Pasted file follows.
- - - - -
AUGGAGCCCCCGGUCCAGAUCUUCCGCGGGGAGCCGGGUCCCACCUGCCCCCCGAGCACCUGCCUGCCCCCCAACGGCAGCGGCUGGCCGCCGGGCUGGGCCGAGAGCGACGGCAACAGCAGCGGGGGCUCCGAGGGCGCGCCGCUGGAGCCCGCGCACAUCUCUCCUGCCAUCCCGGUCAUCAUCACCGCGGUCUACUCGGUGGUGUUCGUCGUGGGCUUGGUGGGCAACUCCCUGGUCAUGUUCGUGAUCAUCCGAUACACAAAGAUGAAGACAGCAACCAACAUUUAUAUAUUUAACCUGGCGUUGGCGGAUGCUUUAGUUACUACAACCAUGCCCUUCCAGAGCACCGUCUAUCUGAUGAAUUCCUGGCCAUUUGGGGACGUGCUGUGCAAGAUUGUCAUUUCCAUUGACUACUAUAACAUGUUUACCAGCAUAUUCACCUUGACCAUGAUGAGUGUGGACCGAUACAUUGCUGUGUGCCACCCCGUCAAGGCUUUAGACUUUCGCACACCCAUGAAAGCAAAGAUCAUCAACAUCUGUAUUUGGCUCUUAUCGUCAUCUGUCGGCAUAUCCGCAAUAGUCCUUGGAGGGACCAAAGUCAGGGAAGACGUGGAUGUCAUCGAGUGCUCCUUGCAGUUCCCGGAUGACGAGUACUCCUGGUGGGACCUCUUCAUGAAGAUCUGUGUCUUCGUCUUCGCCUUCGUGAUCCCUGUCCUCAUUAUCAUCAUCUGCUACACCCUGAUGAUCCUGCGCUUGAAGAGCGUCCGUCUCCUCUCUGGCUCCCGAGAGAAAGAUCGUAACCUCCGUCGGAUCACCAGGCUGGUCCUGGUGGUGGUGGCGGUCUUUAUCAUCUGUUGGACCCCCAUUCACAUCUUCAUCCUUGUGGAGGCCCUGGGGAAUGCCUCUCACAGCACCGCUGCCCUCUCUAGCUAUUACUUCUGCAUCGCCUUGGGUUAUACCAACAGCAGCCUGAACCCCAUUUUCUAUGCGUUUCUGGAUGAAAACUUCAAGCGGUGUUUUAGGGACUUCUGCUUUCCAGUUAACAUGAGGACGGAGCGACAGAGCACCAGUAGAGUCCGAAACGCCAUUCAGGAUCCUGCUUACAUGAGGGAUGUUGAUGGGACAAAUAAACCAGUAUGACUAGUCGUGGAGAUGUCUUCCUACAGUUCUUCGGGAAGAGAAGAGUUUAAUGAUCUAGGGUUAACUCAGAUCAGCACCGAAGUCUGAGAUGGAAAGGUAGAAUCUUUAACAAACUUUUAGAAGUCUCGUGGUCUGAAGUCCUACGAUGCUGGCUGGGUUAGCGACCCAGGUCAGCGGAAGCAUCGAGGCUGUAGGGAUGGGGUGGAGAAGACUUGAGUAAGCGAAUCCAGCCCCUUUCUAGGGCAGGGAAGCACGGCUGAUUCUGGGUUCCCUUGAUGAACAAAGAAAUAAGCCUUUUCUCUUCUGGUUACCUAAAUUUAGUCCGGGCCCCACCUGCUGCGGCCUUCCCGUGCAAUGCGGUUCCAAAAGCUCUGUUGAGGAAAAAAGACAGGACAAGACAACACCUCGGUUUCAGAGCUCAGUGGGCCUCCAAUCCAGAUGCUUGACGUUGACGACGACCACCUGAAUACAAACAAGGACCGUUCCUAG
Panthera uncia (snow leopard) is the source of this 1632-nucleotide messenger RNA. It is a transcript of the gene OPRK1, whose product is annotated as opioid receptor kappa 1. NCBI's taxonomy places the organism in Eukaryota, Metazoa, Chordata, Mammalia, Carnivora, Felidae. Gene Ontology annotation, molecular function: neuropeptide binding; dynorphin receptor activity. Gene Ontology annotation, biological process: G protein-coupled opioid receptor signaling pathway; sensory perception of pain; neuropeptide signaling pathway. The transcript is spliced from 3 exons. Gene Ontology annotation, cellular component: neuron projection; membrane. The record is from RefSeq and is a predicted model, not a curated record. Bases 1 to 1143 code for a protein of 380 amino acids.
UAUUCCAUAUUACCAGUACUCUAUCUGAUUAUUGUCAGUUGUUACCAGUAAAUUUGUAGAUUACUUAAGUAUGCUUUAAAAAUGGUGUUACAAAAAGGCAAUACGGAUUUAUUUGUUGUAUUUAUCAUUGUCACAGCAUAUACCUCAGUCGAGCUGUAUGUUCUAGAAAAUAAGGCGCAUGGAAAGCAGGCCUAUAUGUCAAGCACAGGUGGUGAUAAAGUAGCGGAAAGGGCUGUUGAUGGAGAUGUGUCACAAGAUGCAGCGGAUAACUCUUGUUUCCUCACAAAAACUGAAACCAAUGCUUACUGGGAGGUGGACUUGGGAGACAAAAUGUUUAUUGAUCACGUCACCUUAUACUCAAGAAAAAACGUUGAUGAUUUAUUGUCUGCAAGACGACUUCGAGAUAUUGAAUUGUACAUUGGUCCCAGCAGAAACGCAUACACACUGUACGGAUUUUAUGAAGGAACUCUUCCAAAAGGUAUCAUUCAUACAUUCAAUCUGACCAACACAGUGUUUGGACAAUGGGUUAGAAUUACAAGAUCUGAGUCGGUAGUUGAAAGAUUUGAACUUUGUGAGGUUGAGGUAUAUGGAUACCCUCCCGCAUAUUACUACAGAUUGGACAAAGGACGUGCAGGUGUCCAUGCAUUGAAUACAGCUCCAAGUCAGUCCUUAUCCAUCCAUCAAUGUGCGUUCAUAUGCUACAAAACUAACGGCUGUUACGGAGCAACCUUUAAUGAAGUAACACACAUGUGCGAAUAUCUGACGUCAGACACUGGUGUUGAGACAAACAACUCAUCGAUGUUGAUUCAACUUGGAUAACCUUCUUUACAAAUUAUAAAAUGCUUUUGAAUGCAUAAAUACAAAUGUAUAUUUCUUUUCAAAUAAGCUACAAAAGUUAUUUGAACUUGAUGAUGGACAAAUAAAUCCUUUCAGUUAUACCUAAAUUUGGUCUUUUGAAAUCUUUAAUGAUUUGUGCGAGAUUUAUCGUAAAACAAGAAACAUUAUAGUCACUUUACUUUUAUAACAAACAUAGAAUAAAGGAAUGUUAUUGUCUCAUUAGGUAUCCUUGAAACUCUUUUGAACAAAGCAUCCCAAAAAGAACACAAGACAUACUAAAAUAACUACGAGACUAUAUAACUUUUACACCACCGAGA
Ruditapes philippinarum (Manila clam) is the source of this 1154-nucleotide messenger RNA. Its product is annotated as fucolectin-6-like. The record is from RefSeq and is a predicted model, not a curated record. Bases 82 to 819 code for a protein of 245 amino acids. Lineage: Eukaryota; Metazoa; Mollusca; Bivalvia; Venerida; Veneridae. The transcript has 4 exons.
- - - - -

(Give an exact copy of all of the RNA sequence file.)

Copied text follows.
AUGGAGCCCCCGGUCCAGAUCUUCCGCGGGGAGCCGGGUCCCACCUGCCCCCCGAGCACCUGCCUGCCCCCCAACGGCAGCGGCUGGCCGCCGGGCUGGGCCGAGAGCGACGGCAACAGCAGCGGGGGCUCCGAGGGCGCGCCGCUGGAGCCCGCGCACAUCUCUCCUGCCAUCCCGGUCAUCAUCACCGCGGUCUACUCGGUGGUGUUCGUCGUGGGCUUGGUGGGCAACUCCCUGGUCAUGUUCGUGAUCAUCCGAUACACAAAGAUGAAGACAGCAACCAACAUUUAUAUAUUUAACCUGGCGUUGGCGGAUGCUUUAGUUACUACAACCAUGCCCUUCCAGAGCACCGUCUAUCUGAUGAAUUCCUGGCCAUUUGGGGACGUGCUGUGCAAGAUUGUCAUUUCCAUUGACUACUAUAACAUGUUUACCAGCAUAUUCACCUUGACCAUGAUGAGUGUGGACCGAUACAUUGCUGUGUGCCACCCCGUCAAGGCUUUAGACUUUCGCACACCCAUGAAAGCAAAGAUCAUCAACAUCUGUAUUUGGCUCUUAUCGUCAUCUGUCGGCAUAUCCGCAAUAGUCCUUGGAGGGACCAAAGUCAGGGAAGACGUGGAUGUCAUCGAGUGCUCCUUGCAGUUCCCGGAUGACGAGUACUCCUGGUGGGACCUCUUCAUGAAGAUCUGUGUCUUCGUCUUCGCCUUCGUGAUCCCUGUCCUCAUUAUCAUCAUCUGCUACACCCUGAUGAUCCUGCGCUUGAAGAGCGUCCGUCUCCUCUCUGGCUCCCGAGAGAAAGAUCGUAACCUCCGUCGGAUCACCAGGCUGGUCCUGGUGGUGGUGGCGGUCUUUAUCAUCUGUUGGACCCCCAUUCACAUCUUCAUCCUUGUGGAGGCCCUGGGGAAUGCCUCUCACAGCACCGCUGCCCUCUCUAGCUAUUACUUCUGCAUCGCCUUGGGUUAUACCAACAGCAGCCUGAACCCCAUUUUCUAUGCGUUUCUGGAUGAAAACUUCAAGCGGUGUUUUAGGGACUUCUGCUUUCCAGUUAACAUGAGGACGGAGCGACAGAGCACCAGUAGAGUCCGAAACGCCAUUCAGGAUCCUGCUUACAUGAGGGAUGUUGAUGGGACAAAUAAACCAGUAUGACUAGUCGUGGAGAUGUCUUCCUACAGUUCUUCGGGAAGAGAAGAGUUUAAUGAUCUAGGGUUAACUCAGAUCAGCACCGAAGUCUGAGAUGGAAAGGUAGAAUCUUUAACAAACUUUUAGAAGUCUCGUGGUCUGAAGUCCUACGAUGCUGGCUGGGUUAGCGACCCAGGUCAGCGGAAGCAUCGAGGCUGUAGGGAUGGGGUGGAGAAGACUUGAGUAAGCGAAUCCAGCCCCUUUCUAGGGCAGGGAAGCACGGCUGAUUCUGGGUUCCCUUGAUGAACAAAGAAAUAAGCCUUUUCUCUUCUGGUUACCUAAAUUUAGUCCGGGCCCCACCUGCUGCGGCCUUCCCGUGCAAUGCGGUUCCAAAAGCUCUGUUGAGGAAAAAAGACAGGACAAGACAACACCUCGGUUUCAGAGCUCAGUGGGCCUCCAAUCCAGAUGCUUGACGUUGACGACGACCACCUGAAUACAAACAAGGACCGUUCCUAG
Panthera uncia (snow leopard) is the source of this 1632-nucleotide messenger RNA. It is a transcript of the gene OPRK1, whose product is annotated as opioid receptor kappa 1. NCBI's taxonomy places the organism in Eukaryota, Metazoa, Chordata, Mammalia, Carnivora, Felidae. Gene Ontology annotation, molecular function: neuropeptide binding; dynorphin receptor activity. Gene Ontology annotation, biological process: G protein-coupled opioid receptor signaling pathway; sensory perception of pain; neuropeptide signaling pathway. The transcript is spliced from 3 exons. Gene Ontology annotation, cellular component: neuron projection; membrane. The record is from RefSeq and is a predicted model, not a curated record. Bases 1 to 1143 code for a protein of 380 amino acids.
UAUUCCAUAUUACCAGUACUCUAUCUGAUUAUUGUCAGUUGUUACCAGUAAAUUUGUAGAUUACUUAAGUAUGCUUUAAAAAUGGUGUUACAAAAAGGCAAUACGGAUUUAUUUGUUGUAUUUAUCAUUGUCACAGCAUAUACCUCAGUCGAGCUGUAUGUUCUAGAAAAUAAGGCGCAUGGAAAGCAGGCCUAUAUGUCAAGCACAGGUGGUGAUAAAGUAGCGGAAAGGGCUGUUGAUGGAGAUGUGUCACAAGAUGCAGCGGAUAACUCUUGUUUCCUCACAAAAACUGAAACCAAUGCUUACUGGGAGGUGGACUUGGGAGACAAAAUGUUUAUUGAUCACGUCACCUUAUACUCAAGAAAAAACGUUGAUGAUUUAUUGUCUGCAAGACGACUUCGAGAUAUUGAAUUGUACAUUGGUCCCAGCAGAAACGCAUACACACUGUACGGAUUUUAUGAAGGAACUCUUCCAAAAGGUAUCAUUCAUACAUUCAAUCUGACCAACACAGUGUUUGGACAAUGGGUUAGAAUUACAAGAUCUGAGUCGGUAGUUGAAAGAUUUGAACUUUGUGAGGUUGAGGUAUAUGGAUACCCUCCCGCAUAUUACUACAGAUUGGACAAAGGACGUGCAGGUGUCCAUGCAUUGAAUACAGCUCCAAGUCAGUCCUUAUCCAUCCAUCAAUGUGCGUUCAUAUGCUACAAAACUAACGGCUGUUACGGAGCAACCUUUAAUGAAGUAACACACAUGUGCGAAUAUCUGACGUCAGACACUGGUGUUGAGACAAACAACUCAUCGAUGUUGAUUCAACUUGGAUAACCUUCUUUACAAAUUAUAAAAUGCUUUUGAAUGCAUAAAUACAAAUGUAUAUUUCUUUUCAAAUAAGCUACAAAAGUUAUUUGAACUUGAUGAUGGACAAAUAAAUCCUUUCAGUUAUACCUAAAUUUGGUCUUUUGAAAUCUUUAAUGAUUUGUGCGAGAUUUAUCGUAAAACAAGAAACAUUAUAGUCACUUUACUUUUAUAACAAACAUAGAAUAAAGGAAUGUUAUUGUCUCAUUAGGUAUCCUUGAAACUCUUUUGAACAAAGCAUCCCAAAAAGAACACAAGACAUACUAAAAUAACUACGAGACUAUAUAACUUUUACACCACCGAGA
Ruditapes philippinarum (Manila clam) is the source of this 1154-nucleotide messenger RNA. Its product is annotated as fucolectin-6-like. The record is from RefSeq and is a predicted model, not a curated record. Bases 82 to 819 code for a protein of 245 amino acids. Lineage: Eukaryota; Metazoa; Mollusca; Bivalvia; Venerida; Veneridae. The transcript has 4 exons.